By Daniel Stroe – Bucharest
Romania’s ruling social-democratic party (PSD) stormed to victory last night in the elections for the European Parliament, showing little signs of electoral erosion after two years in power which have seen their former political allies break the ranks and heavily marked by political wrangle with arch-rival President Traian Basescu.
Exit-polls show that PSD, led by PM Victor Ponta, scored strongly between 41 and 43 %, followed by their former political allies, the liberals, who pulled between 13.3 and 15 %. PSD and the liberals were allies in what used to be the social-liberal union (USL) until February when it broke up amid dissensions.
Third came the democrat-liberals (PDL), Basescu’s former party, with 10 to 12.5 % of the votes, followed by the Popular Movement (PMP), Basescu’s new party which got only 6 to 7 per cent. The Hungarians’ party UDMR also managed to go beyond the threshold and enter the EP again, with around 7 per cent of the votes. The overall turnout was 32,16 %.
A parallel count of ballots done by PDL shows PSD got less, about 37 %. But in a speech last night, Ponta said he is ready to sit at the table with the liberals to form USL again. His words came to stir those liberals who are unhappy with the poor results in the EP elections. Last week, the liberals’ leader, Crin Antonescu, said he would resign unless the party gets 20 per cent of the votes. Antonescu confined to saying the party would analyze the official results today and then make a decision.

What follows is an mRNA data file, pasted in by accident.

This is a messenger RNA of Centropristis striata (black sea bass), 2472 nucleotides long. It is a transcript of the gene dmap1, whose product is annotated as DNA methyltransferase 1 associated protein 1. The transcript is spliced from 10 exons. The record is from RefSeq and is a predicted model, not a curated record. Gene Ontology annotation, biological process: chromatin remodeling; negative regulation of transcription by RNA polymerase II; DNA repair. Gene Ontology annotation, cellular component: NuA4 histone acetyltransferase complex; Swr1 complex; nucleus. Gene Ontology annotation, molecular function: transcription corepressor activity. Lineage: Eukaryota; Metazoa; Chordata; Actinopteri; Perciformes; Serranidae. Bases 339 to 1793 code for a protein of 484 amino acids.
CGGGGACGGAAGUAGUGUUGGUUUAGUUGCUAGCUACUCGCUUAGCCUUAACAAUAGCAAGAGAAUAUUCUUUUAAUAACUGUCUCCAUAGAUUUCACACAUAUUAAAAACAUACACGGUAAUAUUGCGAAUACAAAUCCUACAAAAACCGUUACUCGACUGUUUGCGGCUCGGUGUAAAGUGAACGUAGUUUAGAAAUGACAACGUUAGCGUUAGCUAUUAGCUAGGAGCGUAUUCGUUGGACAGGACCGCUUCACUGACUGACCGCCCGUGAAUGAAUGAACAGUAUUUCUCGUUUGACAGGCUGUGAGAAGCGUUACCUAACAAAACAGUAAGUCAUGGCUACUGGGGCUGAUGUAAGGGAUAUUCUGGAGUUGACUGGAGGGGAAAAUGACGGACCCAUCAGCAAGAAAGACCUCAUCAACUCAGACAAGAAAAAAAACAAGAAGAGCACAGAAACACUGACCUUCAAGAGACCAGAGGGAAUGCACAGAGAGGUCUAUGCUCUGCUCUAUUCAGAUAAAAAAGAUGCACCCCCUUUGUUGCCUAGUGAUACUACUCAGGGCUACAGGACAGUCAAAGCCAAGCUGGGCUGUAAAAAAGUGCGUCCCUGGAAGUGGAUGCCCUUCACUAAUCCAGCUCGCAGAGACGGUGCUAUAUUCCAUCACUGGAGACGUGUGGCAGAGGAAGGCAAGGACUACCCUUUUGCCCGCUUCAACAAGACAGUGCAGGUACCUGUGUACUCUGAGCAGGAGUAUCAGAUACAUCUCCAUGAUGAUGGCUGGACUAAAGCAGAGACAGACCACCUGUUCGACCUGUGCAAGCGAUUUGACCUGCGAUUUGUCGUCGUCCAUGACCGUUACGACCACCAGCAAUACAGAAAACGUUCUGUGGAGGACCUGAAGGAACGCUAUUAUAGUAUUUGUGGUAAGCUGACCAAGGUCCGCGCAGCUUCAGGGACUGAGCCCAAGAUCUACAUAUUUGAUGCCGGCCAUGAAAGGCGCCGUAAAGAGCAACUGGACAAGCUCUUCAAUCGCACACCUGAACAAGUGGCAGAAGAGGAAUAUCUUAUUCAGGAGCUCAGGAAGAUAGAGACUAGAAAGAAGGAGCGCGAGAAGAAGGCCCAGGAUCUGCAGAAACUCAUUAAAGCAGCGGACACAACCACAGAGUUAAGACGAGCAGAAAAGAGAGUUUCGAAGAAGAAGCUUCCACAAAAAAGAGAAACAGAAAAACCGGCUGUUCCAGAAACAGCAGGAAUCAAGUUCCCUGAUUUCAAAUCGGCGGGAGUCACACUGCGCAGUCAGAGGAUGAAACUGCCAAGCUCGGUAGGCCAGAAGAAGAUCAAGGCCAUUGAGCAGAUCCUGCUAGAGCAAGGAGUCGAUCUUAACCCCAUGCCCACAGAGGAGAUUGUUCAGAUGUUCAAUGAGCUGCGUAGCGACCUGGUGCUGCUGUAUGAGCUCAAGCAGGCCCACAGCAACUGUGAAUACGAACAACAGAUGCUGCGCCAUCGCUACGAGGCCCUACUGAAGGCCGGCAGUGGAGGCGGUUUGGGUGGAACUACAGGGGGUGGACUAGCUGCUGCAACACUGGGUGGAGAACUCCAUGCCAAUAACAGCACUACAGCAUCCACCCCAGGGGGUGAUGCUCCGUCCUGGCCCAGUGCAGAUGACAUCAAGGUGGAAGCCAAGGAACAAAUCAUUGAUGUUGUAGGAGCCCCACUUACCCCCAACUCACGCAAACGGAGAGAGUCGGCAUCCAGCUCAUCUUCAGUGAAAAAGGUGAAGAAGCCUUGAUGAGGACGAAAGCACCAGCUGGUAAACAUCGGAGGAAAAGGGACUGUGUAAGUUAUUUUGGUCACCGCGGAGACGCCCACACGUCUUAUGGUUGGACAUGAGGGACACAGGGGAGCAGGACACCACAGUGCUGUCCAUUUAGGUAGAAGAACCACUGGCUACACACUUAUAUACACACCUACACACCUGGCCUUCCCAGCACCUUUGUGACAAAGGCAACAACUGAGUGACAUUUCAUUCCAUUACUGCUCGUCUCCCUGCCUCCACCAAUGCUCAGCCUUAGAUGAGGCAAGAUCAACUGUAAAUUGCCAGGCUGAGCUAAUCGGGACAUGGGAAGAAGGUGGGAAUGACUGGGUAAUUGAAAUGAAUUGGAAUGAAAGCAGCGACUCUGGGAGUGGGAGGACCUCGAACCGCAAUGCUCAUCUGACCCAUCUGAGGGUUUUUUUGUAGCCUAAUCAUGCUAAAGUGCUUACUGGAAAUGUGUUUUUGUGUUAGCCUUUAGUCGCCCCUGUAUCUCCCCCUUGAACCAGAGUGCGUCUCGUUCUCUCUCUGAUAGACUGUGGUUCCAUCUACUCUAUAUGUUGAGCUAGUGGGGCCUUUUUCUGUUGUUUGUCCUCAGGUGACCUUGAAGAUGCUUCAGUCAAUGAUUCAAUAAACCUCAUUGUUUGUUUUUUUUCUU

Ponta’s push for a re-birth of USL aims to destabilize PNL since, coming second after PSD, the liberals may coagulate rightist parties around them and then pose a serious threat to Ponta this fall at the presidential elections. Antonescu’s got an ace in the sleeve even if he reigns from the party’s leadership, namely Klaus Johanis, the German-ethnic mayor of Sibiu and a very popular public figure in Romania. Analysts say Ponta vs a right-supported candidate in the second round of elections late this year is likely to end with the victory of the latter.
But the rightist parties have to now find common ground and regroup in a coalition if they want to successfully face the social-democrats in November’s elections. Most likely, such actions will take place in the next period, with the liberals expected to call for close ranks.